SA won eye in sky bid but Australia 'threw toys out cot' THE stars of South Africa's winning bid to host the Square Kilometre Array (SKA) radio telescope have been praised by Science and Technology Minister Naledi Pandor.
At a Rhodes University celebration on Monday night, Pandor said the nine-year slog by South Africa's top academics more than paid off when the country beat Australia and secured the right to host what will be the world's biggest eye into space.
She predicted South Africa and the continent's global scientific research output - now half a percent - would dramatically improve thanks to SKA. Pandor described winning the bid as "one of the most memorable moments in the scientific development of our country and continent". Rhodes University's contribution - led by Professor Justin Jonas, the associate director of science and engineering at SKA, site manager Dr Adrian Tiplady and several other top graduates were key to the win.
The celebration was attended by the top brains behind the winning SKA bid - including director Dr Bernie Fanaroff and science and technology director Dr Phil Mjwara. It also served to introduce recently appointed Rhodes University Centre for Radio Astronomy Techniques and Technologies head and SKA chairman Prof Oleg Smirnov.
Although South Africa won the SKA bid, the goal posts were shifted when - according to Fanaroff - the Aussies threw their toys out the cot and were hastily included in the project. Pandor drew chuckles when she said: "The scrum with the Aussies is where we share the ball and not push and pull against each other."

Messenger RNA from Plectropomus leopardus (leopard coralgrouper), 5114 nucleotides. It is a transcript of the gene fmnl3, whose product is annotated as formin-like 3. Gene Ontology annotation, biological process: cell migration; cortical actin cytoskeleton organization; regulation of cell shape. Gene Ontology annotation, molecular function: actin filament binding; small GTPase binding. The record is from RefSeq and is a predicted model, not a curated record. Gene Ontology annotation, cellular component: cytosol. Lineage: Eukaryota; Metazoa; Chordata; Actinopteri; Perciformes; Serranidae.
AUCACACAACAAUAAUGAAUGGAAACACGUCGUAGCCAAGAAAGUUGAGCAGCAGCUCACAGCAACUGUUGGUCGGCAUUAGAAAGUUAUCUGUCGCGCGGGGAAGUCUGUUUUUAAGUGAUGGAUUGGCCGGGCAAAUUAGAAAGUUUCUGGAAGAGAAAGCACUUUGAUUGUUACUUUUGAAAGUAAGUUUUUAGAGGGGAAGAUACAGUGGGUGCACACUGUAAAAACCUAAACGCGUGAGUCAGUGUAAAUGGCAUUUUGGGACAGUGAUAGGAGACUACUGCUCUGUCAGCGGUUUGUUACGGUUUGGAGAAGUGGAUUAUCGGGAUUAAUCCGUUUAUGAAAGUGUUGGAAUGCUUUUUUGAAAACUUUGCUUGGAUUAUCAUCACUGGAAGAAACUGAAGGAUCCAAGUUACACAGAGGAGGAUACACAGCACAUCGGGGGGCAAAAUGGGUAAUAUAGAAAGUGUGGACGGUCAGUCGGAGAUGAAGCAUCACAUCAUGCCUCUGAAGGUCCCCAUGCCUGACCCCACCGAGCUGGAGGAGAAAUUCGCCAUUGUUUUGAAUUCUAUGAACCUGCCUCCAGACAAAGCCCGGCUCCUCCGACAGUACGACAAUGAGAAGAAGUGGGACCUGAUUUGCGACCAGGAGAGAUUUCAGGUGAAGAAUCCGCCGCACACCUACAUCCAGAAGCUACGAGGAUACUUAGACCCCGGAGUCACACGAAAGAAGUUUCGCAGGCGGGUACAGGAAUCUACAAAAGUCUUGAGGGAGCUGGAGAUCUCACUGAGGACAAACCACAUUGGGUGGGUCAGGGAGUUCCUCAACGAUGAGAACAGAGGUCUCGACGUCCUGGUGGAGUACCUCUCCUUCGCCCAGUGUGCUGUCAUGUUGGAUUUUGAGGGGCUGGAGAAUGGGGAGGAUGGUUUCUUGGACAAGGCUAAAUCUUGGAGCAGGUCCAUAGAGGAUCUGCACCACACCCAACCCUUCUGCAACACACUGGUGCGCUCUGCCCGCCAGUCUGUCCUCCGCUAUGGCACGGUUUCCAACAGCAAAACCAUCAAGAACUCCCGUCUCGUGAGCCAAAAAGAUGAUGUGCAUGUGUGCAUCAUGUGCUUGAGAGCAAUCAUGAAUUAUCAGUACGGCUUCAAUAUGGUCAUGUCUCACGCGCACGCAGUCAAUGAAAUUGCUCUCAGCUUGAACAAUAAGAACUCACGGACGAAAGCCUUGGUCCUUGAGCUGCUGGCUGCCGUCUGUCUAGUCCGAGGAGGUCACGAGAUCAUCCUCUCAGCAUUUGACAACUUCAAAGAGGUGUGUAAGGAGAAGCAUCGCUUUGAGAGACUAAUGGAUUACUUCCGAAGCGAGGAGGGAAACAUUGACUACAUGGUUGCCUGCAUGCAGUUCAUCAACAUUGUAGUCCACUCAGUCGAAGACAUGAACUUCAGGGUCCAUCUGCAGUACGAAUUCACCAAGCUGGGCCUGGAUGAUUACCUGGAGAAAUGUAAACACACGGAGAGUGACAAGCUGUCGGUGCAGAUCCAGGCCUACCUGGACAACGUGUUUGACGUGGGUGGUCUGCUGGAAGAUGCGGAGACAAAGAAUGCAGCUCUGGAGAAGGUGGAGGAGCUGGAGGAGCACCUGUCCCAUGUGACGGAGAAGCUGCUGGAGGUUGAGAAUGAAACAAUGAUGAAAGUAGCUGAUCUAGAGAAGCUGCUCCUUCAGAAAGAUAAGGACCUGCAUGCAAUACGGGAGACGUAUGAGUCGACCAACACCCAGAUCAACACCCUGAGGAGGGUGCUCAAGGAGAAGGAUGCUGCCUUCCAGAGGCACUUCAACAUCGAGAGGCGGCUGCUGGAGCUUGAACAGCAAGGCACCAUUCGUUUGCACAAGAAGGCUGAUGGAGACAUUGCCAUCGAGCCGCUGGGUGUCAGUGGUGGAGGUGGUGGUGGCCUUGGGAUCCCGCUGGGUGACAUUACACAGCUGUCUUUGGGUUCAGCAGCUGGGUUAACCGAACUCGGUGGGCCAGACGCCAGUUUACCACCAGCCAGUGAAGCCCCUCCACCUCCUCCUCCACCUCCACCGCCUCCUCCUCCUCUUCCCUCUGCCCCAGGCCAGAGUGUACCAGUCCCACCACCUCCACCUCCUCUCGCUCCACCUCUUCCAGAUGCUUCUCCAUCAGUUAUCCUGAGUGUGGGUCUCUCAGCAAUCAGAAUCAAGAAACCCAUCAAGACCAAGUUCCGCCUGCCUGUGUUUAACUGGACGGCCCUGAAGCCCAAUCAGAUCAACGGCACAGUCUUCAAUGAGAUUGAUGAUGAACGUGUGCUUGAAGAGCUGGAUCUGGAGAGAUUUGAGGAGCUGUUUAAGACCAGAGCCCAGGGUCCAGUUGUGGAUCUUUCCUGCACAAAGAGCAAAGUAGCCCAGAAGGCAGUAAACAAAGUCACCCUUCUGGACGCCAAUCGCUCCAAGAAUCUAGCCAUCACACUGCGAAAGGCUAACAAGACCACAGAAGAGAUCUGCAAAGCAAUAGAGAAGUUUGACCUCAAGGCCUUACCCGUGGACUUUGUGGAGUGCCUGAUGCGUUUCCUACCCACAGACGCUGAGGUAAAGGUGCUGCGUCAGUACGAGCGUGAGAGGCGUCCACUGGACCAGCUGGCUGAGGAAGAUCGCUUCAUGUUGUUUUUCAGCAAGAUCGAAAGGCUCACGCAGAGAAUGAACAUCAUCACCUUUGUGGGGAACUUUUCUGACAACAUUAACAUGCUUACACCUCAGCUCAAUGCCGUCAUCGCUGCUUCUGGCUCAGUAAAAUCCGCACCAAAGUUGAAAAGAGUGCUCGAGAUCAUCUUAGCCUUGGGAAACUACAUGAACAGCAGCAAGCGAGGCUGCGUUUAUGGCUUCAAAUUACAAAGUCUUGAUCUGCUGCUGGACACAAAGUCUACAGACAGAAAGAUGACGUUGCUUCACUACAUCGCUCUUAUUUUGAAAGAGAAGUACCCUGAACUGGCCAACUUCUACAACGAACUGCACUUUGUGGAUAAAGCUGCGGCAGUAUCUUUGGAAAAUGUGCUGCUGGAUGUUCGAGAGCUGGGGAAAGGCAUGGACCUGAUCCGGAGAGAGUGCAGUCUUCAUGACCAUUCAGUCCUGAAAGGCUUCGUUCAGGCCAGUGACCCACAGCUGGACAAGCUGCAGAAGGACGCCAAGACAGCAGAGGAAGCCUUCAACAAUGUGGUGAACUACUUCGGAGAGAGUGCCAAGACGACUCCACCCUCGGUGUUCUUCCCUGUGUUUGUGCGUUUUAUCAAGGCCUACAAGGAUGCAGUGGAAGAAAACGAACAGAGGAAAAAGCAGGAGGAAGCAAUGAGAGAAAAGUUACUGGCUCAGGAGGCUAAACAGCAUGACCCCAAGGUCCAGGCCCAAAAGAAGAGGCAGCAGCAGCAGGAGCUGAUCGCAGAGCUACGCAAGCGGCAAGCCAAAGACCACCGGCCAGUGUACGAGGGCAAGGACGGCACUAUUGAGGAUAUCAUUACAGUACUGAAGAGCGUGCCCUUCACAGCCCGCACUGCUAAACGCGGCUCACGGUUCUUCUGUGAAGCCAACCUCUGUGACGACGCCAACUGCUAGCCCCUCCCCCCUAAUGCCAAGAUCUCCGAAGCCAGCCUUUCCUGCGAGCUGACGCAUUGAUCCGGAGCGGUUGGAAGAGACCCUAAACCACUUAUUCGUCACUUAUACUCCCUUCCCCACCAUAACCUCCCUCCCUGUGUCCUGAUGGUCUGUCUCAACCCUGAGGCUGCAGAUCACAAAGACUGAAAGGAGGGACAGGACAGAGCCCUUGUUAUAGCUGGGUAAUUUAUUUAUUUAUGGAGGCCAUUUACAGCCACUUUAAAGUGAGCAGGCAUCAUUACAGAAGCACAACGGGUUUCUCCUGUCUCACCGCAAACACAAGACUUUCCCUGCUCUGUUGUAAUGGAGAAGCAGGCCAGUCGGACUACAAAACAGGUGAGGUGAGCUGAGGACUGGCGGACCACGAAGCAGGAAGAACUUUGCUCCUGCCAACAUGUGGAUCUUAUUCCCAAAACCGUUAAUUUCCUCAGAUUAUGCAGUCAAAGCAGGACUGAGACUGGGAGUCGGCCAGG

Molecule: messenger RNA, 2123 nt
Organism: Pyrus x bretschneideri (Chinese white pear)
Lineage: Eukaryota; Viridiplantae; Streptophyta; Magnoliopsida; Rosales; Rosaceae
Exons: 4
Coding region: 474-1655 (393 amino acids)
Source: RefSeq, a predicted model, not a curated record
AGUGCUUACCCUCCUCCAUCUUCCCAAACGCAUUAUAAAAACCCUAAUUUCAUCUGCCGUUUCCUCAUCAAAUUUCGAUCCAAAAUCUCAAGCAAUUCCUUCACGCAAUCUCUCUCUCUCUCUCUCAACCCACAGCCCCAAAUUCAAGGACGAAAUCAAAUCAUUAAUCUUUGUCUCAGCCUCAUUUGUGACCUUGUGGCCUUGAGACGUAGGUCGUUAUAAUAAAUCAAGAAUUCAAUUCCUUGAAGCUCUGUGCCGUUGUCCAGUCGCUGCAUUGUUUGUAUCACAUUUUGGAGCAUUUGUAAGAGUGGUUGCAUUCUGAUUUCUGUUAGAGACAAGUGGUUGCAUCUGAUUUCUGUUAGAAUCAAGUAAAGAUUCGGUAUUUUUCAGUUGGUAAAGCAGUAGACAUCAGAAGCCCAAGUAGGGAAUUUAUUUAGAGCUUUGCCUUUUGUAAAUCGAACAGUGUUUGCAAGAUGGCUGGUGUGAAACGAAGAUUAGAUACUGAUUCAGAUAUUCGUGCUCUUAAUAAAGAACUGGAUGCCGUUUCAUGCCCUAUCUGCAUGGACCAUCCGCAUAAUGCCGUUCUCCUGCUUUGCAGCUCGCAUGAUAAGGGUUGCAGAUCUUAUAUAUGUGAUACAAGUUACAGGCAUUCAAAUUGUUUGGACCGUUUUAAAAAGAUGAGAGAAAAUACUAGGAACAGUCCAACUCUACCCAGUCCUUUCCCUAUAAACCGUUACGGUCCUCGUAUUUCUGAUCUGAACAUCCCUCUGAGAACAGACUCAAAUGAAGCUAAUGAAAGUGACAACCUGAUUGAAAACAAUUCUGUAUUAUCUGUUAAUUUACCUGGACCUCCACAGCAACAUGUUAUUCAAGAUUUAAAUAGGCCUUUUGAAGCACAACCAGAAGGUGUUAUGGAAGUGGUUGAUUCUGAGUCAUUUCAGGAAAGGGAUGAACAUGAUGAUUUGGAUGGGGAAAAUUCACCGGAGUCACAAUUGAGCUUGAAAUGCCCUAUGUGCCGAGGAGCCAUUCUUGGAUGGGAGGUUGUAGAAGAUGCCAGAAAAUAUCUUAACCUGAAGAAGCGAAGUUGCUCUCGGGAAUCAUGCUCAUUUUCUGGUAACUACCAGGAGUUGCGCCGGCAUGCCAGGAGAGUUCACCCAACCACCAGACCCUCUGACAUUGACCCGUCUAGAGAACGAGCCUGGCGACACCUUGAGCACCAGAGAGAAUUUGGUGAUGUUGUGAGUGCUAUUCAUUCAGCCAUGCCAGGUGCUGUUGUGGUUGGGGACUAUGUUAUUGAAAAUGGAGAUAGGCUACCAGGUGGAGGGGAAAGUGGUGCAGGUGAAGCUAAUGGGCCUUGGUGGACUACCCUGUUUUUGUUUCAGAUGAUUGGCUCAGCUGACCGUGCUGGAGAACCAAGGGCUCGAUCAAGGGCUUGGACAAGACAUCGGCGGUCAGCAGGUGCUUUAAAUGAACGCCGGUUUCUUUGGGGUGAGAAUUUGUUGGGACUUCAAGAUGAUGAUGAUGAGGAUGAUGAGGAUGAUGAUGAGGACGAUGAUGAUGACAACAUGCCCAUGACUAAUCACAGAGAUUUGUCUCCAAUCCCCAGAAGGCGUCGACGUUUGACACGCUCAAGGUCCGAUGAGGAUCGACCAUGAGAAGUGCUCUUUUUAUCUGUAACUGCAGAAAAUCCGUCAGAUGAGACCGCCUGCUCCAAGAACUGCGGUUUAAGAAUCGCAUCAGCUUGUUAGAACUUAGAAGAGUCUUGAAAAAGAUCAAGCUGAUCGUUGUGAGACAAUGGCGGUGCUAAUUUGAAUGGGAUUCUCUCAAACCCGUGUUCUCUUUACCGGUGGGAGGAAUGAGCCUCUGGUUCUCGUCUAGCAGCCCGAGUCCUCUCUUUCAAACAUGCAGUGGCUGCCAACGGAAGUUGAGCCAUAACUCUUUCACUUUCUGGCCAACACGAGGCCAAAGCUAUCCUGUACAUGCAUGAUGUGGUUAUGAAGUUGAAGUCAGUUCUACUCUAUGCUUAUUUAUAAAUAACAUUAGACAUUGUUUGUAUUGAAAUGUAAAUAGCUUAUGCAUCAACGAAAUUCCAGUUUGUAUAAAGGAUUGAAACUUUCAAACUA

Instead of tourists flocking to South Africa to see the Big Five and buy wine, platinum and diamonds, Pandor predicted a new wave of scientific visitors would descend on Carnarvon for astronomy research. She praised Jonas for his role before quipping: "He allowed me to pretend I know a lot about science." According to Fanaroff the project would have far reaching economic and scientific benefits that would result in cutting-edge frontier science discoveries.
"If we don't win Nobel Prizes I will be extremely disappointed," he said before quipping no bonuses would be paid if this did not happen. Fanaroff said South Africa's brain drain had been reversed by winning SKA to such an extent scientists the world over now wanted to come work here. Deputy vice-chancellor Dr Sizwe Mabizela praised Pandor as a dedicated champion of science and technology who had formed a dream team of experts to help South Africa win the SKA bid.
"We won the bigger chunk of the SKA, and it is now imperative that we encourage and support academically talented learners to choose maths, science and IT so that they can drive the generation and dissemination of knowledge." National SKA bursary and scholarship programme manager Daphne Lekgwathi said 425 students, postdoctoral fellows and university academics had benefited since the programme started in 2005. SKA research chairs had been awarded to Rhodes and four other South African universities.
"The quality of research of our postgraduate students and postdoctoral fellows is regarded as excellent by our international peers and in some cases better than students and fellows from the top universities around the world." She said while 71 students from partner African countries were being supported at masters and doctrate degree levels, the number of black South Africans doing postgraduate research needed to improve.
Story and Picture by David McGregor
This article appeared in DAILY DISPATCH on 29 Aug 2012, Page: 6
Caption: Science and Technology minister Naledi Pandor is welcomed to Rhodes University by research and development deputy vice-chancellor Dr Peter Clayton while academic and student affairs deputy vice-chancellor Dr Sizwe Mabizela and Professor Makaiko Chitambo look on.Source:
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